Every January my social media stream fills up with comment about New Year’s Resolutions and the importance of goal setting for the months ahead. As a Coach I am, of course, a huge fan of goal setting, both in the short term and long term.
But what if you don’t know where you want to go?
Plenty of people don’t. If you are one of the lucky ones with a clear ambition and purpose, you have a definite start and end point. It’s a simple matter then of creating stepping stones – short term goals – to get you from A to B. Far more of us, though, have either a general sense of direction (‘I’d like to do something in the arts’, ‘working with animals’, ‘travel’, ‘making a difference’…) or even just some very strong views about where we DON’T want to wind up.
Or, (and here’s a radical thought), we actually rather like things as they are.
So, for the particular benefit of the Goal-Less (and anyone else with an open mind), allow me to offer a suggestion about your plans for 2014.
Here is a small extract from the now much celebrated Occasional Address made by comedian and musician Tim Minchin in September 2013 to graduating students at his old university:
“I never really had one of these big dreams. And so I advocate passionate dedication to the pursuit of short-term goals. Be micro-ambitious. Put your head down and work with pride on whatever is in front of you… you never know where you might end up. Just be aware that the next worthy pursuit will probably appear in your periphery. Which is why you should be careful of long-term dreams: If you focus too far in front of you, you won’t see the shiny thing out the corner of your eye.”
Now, I am all for goal setting and future planning, but I’m also a fan of Tim Minchin, and what he says is well worth a second look (with the obligatory pinch of salt to hand, of course).
Life, love and success (however you define those things) don’t lay themselves in front of you and me in nice, neat lines, however much we may plot and prepare. Stuff happens. We change. Other people change. Governments, technology, trends and beliefs change. Our circumstances are constantly in flux, and there’s often not a great deal we can do about that.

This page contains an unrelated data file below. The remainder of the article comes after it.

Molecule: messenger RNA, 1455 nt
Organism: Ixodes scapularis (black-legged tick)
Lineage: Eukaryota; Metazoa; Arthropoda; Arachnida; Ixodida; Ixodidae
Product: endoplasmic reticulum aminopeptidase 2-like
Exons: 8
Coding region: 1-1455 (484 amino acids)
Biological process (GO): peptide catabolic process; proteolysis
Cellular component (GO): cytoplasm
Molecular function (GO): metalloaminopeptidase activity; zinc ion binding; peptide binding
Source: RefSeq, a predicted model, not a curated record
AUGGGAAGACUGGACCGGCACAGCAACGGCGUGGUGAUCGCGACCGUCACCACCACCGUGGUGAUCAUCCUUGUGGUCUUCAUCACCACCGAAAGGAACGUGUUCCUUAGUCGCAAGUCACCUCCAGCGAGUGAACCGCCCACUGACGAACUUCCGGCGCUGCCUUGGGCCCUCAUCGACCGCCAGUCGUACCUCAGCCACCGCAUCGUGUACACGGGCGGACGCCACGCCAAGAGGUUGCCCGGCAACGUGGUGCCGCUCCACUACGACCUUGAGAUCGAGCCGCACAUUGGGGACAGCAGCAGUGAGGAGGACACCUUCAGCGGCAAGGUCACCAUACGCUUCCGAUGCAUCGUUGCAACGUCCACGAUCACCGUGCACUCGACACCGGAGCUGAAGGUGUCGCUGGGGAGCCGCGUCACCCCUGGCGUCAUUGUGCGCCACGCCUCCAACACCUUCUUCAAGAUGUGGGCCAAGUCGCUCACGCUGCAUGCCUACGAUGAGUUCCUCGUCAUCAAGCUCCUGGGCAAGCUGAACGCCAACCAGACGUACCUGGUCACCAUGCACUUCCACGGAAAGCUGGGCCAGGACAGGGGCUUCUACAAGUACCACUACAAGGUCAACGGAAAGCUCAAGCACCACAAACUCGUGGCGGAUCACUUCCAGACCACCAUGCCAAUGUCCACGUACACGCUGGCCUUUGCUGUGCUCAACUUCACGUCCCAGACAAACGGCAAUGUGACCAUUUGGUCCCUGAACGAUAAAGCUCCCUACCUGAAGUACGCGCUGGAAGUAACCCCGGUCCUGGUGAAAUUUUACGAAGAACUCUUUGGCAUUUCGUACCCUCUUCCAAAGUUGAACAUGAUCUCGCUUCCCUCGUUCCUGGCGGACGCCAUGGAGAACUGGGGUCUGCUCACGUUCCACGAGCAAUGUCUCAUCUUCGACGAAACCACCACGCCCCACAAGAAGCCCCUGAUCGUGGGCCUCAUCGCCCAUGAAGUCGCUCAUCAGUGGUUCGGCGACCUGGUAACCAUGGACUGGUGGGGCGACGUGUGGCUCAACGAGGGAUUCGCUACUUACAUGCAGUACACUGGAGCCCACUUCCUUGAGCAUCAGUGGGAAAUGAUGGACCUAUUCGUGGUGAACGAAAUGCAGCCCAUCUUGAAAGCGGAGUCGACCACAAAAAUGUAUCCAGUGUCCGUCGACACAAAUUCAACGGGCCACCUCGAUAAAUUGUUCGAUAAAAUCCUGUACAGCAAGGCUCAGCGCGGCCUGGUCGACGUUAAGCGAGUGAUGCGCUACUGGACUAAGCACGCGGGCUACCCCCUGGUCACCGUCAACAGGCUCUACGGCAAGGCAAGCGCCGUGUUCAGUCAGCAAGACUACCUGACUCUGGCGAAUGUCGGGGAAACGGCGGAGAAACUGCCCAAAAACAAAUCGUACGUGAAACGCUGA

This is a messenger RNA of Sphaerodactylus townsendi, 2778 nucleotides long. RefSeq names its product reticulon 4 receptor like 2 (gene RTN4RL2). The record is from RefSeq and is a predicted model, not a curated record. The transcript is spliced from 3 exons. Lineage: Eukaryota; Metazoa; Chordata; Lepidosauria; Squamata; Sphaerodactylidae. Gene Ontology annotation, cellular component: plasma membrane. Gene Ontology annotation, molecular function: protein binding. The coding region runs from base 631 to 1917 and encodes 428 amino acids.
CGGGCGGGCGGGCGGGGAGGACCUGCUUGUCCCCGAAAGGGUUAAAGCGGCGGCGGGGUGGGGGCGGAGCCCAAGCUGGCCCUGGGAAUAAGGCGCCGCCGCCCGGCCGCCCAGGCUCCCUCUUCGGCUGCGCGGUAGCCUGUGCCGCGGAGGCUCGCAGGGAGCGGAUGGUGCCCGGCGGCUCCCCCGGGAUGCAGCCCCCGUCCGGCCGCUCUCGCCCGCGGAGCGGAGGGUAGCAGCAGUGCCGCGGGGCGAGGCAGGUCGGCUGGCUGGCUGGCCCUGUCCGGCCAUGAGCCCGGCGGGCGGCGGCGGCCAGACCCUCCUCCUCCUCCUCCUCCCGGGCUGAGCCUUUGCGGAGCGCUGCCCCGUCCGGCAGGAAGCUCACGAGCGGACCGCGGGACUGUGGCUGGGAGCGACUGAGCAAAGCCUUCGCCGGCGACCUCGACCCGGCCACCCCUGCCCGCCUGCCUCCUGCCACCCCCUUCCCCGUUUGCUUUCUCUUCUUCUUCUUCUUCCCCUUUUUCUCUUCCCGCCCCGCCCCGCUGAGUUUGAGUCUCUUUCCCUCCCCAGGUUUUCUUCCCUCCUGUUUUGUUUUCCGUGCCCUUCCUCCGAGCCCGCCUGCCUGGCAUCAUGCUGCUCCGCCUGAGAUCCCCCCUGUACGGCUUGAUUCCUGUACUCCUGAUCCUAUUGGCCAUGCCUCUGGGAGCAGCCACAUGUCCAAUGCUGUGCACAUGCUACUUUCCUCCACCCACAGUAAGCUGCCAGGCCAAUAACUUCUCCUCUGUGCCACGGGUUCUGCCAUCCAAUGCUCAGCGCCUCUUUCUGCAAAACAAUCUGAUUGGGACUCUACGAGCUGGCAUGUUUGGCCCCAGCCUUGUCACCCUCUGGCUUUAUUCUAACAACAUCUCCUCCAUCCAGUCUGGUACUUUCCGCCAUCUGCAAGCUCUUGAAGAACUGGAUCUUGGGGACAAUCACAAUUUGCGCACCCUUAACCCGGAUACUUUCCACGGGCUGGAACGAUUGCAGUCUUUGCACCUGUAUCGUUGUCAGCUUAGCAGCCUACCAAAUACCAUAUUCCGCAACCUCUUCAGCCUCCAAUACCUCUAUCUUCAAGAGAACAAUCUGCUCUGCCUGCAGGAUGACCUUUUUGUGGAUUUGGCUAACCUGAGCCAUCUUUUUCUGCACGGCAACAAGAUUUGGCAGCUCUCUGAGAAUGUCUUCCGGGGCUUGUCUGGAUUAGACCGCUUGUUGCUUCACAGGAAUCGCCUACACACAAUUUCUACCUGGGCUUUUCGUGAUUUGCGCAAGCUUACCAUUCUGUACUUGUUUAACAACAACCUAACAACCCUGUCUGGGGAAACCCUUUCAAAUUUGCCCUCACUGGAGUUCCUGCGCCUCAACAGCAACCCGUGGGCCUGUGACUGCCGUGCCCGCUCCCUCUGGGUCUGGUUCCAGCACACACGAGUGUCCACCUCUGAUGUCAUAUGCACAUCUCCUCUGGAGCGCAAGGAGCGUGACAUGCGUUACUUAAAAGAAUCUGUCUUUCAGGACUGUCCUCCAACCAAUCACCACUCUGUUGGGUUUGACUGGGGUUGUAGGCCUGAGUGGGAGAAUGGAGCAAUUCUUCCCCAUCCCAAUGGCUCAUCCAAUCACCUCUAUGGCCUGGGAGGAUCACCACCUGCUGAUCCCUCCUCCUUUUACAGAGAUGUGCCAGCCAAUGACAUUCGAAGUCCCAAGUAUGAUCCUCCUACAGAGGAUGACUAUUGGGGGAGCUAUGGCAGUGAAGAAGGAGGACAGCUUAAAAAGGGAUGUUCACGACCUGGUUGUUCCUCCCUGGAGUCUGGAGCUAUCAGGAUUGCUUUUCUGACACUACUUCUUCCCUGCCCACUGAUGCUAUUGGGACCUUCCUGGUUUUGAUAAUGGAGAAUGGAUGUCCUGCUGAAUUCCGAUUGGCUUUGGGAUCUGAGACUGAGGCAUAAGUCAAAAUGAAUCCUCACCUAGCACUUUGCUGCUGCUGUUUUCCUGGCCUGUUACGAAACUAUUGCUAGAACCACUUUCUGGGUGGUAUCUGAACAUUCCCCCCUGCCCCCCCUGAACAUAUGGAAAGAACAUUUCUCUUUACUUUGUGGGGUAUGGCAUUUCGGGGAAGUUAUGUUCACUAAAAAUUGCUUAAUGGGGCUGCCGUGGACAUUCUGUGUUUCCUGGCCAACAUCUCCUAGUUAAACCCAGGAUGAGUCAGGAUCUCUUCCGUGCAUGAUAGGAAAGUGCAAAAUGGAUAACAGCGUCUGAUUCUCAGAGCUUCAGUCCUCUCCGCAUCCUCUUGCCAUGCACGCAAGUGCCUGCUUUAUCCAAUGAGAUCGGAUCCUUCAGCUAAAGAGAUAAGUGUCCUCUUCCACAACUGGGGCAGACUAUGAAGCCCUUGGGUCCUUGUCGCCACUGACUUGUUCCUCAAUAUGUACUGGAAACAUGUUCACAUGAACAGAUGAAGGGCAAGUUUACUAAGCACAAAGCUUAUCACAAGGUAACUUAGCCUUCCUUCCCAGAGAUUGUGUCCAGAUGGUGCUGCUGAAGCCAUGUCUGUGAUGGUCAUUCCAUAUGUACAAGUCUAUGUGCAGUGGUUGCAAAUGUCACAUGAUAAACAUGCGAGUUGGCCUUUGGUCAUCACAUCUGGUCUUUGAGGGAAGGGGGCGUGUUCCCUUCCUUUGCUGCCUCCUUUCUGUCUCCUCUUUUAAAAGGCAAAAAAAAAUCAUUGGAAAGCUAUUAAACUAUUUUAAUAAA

But what we can do, as Tim says, is keep looking out for “the shiny thing out the corner of (our) eye”. This is what opportunities are made of, and where our curiosity gets the chance to kick in and send us somewhere entirely more exhilarating, unexpected and potentially perfect. Of course, risk taking can also take you somewhere that turns out to be scary, expensive or even more tedious than where you were – but the brilliant thing is, you will have learned something of value on the way. You also have a whole new starting point to spring forward from next time.
So, however clear or woolly your destination may be, and whether you’ve set yourself goals and resolutions or not, here are three things to bear in mind for 2014:
- 1) Keep doing what you’re currently doing to the best of your abilities, and pull out what you can from the experience until you’re ready to move on. The experiences you’re not enjoying are often the ones you learn the most from.
- 2) Test the foreign waters occasionally. Scare yourself once in a while. A little spontaneity can be a wonderful thing. Be careful you are not so single minded that you start to become narrow minded.
- 3) Stay aware of what’s in your peripheral vision. That shiny thing might just turn out to be the Big Picture you’ve been waiting for.
I wish you good health, prosperity and happiness, wherever your 2014 takes you.